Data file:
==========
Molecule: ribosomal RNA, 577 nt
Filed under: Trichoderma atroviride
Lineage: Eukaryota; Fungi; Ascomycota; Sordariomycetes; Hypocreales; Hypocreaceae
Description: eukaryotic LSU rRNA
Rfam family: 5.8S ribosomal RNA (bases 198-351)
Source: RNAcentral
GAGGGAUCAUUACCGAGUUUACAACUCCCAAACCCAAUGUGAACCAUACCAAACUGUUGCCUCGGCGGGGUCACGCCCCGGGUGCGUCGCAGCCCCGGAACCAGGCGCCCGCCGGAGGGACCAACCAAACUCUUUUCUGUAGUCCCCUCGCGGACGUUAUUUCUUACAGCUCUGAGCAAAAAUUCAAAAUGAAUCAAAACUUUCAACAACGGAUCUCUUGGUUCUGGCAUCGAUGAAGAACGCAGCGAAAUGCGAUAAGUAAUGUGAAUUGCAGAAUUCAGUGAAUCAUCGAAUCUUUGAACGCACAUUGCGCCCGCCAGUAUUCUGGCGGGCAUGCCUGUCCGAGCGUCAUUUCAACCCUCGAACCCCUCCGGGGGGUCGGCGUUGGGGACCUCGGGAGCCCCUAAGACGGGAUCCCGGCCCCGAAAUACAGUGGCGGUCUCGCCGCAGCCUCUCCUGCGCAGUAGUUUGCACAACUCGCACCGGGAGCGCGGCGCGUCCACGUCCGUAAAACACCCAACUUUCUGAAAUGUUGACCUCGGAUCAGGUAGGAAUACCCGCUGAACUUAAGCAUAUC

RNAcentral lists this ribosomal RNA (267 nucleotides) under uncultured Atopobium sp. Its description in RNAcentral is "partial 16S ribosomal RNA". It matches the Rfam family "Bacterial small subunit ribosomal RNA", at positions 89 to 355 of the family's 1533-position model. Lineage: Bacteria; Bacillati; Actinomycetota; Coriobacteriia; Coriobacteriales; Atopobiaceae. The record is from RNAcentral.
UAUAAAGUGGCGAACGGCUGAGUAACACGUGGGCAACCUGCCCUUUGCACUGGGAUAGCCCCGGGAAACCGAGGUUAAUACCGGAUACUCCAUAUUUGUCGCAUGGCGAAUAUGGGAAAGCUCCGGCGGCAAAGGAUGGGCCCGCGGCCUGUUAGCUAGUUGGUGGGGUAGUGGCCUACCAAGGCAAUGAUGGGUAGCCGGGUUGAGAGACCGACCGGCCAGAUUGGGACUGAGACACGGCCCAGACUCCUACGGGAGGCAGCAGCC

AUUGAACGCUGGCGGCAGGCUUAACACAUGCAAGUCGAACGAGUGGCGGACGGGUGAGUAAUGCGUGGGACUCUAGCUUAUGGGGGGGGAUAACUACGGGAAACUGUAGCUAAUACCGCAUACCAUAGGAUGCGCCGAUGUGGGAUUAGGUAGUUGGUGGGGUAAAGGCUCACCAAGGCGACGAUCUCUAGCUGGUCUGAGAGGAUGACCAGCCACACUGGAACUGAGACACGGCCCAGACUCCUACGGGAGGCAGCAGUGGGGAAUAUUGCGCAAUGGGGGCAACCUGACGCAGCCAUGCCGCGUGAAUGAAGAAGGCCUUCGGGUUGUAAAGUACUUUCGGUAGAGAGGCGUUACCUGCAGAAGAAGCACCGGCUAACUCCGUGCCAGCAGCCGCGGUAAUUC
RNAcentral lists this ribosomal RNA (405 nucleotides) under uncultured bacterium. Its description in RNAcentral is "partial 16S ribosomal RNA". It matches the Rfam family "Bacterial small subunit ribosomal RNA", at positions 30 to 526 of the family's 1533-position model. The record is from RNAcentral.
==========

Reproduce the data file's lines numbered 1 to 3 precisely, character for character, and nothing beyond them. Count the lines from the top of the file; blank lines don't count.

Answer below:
Molecule: ribosomal RNA, 577 nt
Filed under: Trichoderma atroviride
Lineage: Eukaryota; Fungi; Ascomycota; Sordariomycetes; Hypocreales; Hypocreaceae